When I brought my first puppy home, I wish I had understood the advantages of crate training. At the time, the crate just looked like a giant cage to me and I’ve never really liked the concept of caging an animal, but after a few weeks of waking to a kitchen floor full of puddles and battling to stop him jumping onto my lap when I was driving him to find a new place to walk, a more experienced dog-owning friend shared some puppy crate training tips with me and I haven’t looked back since.
What are the Benefits of Crate Training?
There are a number of reasons why you may want to crate train your puppy:
- To prevent nighttime accidents. Most animals will not foul in the place they sleep–it’s a survival instinct which helps to protect them from predators when they are at their most vulnerable–so keeping your puppy confined to the crate at night will help to encourage her to control her bladder and will significantly speed up the process of house-training. However, be mindful that a puppy will only be able to control its bladder for 2-3 hours at a time and even a fully grown adult is unlikely to keep control for more than 5-7 hours so if you will still need to let the puppy out every couple of hours to go outside to toilet. Put her on a lead and make it clear this is not a time for play and settle her down in the crate again once she is done. As she grows older, she will need to go to the toilet less and less and soon will go through the night without accident or distress–my adult dogs will last 7 hours before they whine to be let out to toilet.
- To keep her out of mischief when she’s home alone. We’ve all seen the mischief 8-year old Macaulay Culkin gets into when he is left Home Alone in the movie, and your puppy will be no different if she is left unattended for any length of time. If you have to leave the house for a short while, the crate can help to settle your puppy down and keep her from ripping up the cushions, terrorizing the parrot or suffering from separation anxiety. But you should never leave your puppy alone for too long. Just like children, puppies will get bored and lonely if left on their own. Not only will they become sad and depressed, but they will repay you by being naughty on your return. If you have a puppy, you have a responsibility to make sure they can fit into your lifestyle–take them with you when you visit friends, go shopping, or maybe even when you go to work. If you can’t do any of these things, make arrangements for them to have company during the day with a neighbor or a pet sitting service.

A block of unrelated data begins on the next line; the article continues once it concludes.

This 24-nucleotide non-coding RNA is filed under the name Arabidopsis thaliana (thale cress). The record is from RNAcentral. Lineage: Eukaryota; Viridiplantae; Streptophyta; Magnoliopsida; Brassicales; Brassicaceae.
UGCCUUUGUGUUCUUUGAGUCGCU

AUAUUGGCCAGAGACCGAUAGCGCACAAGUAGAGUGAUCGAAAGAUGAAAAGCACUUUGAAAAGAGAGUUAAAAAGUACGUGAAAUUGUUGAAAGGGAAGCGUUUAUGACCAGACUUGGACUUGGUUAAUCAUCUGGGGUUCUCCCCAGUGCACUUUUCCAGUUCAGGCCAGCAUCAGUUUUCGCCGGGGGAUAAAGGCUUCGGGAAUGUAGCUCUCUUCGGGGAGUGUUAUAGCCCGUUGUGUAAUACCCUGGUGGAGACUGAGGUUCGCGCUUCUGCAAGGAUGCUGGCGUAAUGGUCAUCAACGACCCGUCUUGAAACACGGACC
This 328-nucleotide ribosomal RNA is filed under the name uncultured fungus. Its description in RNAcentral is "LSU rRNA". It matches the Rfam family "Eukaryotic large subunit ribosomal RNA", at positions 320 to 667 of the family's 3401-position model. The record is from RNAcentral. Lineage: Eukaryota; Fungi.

- The crate offers a safe haven. We all need our own space and time out from the hustle and bustle of the day and puppies are no exception. Let the crate be your dog’s safe place, her own cave to retreat to when the children are getting too much for her and she just wants to escape to a quiet place. Keep the door open during the day so the dog can go freely in an out, put her blanket inside so that it is a comfortable place to lay down, but train your children not to follow her inside. If ever your puppy is frightened by a thunderstorm or loud noise, encourage her to take refuge in the crate. The feeling of security it gives her will settle her down and she may even find more comfort if you close the door, but stay close by.
- A quick way to house train. If you are consistent, you can often house train your puppy in a matter of a few weeks, but learn to predict when your puppy needs to urinate so that you can take her out into the garden before her bladder becomes full and painful. You never want her to associate the crate with feelings of discomfort.
- A safe way of traveling. Some dogs love traveling in the car, others hate it and none of them wear a seat belt. I’ve had dogs who’ve wanted to sit on my knee as I drive, others that sleep on the back seat, one that would open the window with his paw and try to jump out and another that sat in the front seat as if giving me directions. The only way I could travel anywhere safely with these dogs was by keeping them secure in a crate.